Our distinguished panel will address the serious constitutional concerns and other key issues surrounding this effort. Can Congress simply declare the descendents of aboriginal Hawaiians, living anywhere, an American Indian tribe? Does the 14th Amendment permit the creation of an exclusively race-based government? Would such a race-based government kill the “aloha” of an integrated and blended Hawaiian culture? Would it set a good precedent if Congress could create race-based governments and exempt them from the United States Constitution? Is S. 147 the answer to supposed 19th Century wrongs or did the citizens of Hawaii make the right decision in 1959 when they voted overwhelmingly for statehood without a separate government for “native” Hawaiians?
PROFESSOR JOHNSON has a long and very distinguished career as a scholar of Hawaiian language and literature, researching ancient Hawaiian and Polynesian knowledge of astronomy and geography as well as ancient cultural practices. Her original translation of the Kumulipo, the oral history of the ancient Hawaiian people, won high acclaim. In 1983 she was named a "Living Treasure of Hawaii.”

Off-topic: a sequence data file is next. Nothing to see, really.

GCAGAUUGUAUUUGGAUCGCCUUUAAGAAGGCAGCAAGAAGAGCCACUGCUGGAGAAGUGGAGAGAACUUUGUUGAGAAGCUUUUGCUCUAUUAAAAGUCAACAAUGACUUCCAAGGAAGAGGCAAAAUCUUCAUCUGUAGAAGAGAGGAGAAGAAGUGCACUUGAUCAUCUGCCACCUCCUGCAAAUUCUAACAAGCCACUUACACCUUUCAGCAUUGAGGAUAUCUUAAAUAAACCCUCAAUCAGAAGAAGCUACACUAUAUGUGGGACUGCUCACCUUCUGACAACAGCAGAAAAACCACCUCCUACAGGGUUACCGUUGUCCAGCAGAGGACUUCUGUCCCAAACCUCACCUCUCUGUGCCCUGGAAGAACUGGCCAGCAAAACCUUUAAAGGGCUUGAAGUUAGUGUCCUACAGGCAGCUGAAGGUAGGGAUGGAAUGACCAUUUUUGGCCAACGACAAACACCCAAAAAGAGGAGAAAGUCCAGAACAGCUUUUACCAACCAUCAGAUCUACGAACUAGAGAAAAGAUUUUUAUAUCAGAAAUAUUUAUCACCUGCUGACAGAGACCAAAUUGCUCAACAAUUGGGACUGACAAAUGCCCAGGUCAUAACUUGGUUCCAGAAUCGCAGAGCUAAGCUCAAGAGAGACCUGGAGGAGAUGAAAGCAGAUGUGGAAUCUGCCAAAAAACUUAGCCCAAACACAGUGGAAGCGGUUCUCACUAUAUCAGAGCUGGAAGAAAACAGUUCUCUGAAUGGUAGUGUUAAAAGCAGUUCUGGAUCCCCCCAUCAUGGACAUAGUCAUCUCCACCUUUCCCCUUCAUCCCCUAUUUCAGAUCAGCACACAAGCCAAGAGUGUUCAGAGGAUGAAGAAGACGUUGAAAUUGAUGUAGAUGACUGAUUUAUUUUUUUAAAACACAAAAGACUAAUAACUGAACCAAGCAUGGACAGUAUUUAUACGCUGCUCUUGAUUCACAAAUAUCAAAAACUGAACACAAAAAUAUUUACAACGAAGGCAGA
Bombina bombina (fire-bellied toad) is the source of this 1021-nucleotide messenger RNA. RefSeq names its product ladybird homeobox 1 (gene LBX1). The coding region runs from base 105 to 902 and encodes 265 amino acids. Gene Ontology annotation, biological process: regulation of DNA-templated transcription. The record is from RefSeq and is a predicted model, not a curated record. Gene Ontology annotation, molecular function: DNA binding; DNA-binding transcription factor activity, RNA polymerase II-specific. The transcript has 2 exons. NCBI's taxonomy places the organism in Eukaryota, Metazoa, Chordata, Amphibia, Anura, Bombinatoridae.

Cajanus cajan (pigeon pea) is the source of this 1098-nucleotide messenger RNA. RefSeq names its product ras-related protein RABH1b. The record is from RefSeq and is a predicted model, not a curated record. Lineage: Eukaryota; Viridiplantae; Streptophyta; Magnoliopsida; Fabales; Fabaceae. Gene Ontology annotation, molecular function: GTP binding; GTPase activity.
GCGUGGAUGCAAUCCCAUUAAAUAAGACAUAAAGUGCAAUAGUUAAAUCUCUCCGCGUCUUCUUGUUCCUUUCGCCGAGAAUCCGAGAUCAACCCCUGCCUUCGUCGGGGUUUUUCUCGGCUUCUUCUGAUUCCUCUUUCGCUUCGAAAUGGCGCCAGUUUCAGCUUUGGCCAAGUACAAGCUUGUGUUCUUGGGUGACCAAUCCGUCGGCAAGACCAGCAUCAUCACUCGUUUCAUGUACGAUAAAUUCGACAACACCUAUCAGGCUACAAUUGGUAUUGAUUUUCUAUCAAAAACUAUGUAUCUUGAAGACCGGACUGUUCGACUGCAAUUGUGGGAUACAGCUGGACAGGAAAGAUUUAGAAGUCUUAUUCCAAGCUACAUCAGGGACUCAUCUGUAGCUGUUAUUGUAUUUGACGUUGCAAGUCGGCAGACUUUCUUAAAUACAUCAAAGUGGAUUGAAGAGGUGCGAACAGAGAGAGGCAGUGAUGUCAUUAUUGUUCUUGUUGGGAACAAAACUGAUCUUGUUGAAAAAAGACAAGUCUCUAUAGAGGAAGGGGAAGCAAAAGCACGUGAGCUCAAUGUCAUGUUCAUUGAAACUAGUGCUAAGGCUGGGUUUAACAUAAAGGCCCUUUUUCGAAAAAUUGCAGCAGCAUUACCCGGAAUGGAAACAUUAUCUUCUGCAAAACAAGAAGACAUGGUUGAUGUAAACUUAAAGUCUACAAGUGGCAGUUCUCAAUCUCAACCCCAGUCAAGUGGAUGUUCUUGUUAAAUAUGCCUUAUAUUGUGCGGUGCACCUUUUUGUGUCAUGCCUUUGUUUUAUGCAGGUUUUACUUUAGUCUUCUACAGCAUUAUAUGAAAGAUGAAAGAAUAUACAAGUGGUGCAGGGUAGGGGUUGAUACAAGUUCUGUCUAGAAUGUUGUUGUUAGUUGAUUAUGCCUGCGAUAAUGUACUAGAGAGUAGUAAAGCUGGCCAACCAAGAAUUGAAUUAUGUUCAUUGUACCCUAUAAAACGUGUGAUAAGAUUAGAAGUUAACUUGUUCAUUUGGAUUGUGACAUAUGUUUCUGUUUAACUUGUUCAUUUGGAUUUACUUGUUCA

LARRY P. ARNN is President of Hillsdale College in Hillsdale, Michigan. He is the author of Liberty and Learning: The Evolution of American Education (2004). He is on the Board of Trustees of The Heritage Foundation, The Henry Salvatori Center of Claremont McKenna College, The Center for Individual Rights and The Claremont Institute.
JOHN FUND is one of the nation’s top political pundits. His editorials and articles can be found regularly in the Wall Street Journal where he is an editorial board member, writer, and former deputy editor. He is a contributing analyst to Fox News and CNBC, the 24 hour news cable channels. His articles have also appeared in Esquire, New Republic, National Review, and American Spectator.
You may now
SEE MORE TESTIMONY IN OPPOSITION TO THE HAWAIIAN RECOGNITION BILL IN THE 109TH CONGRESS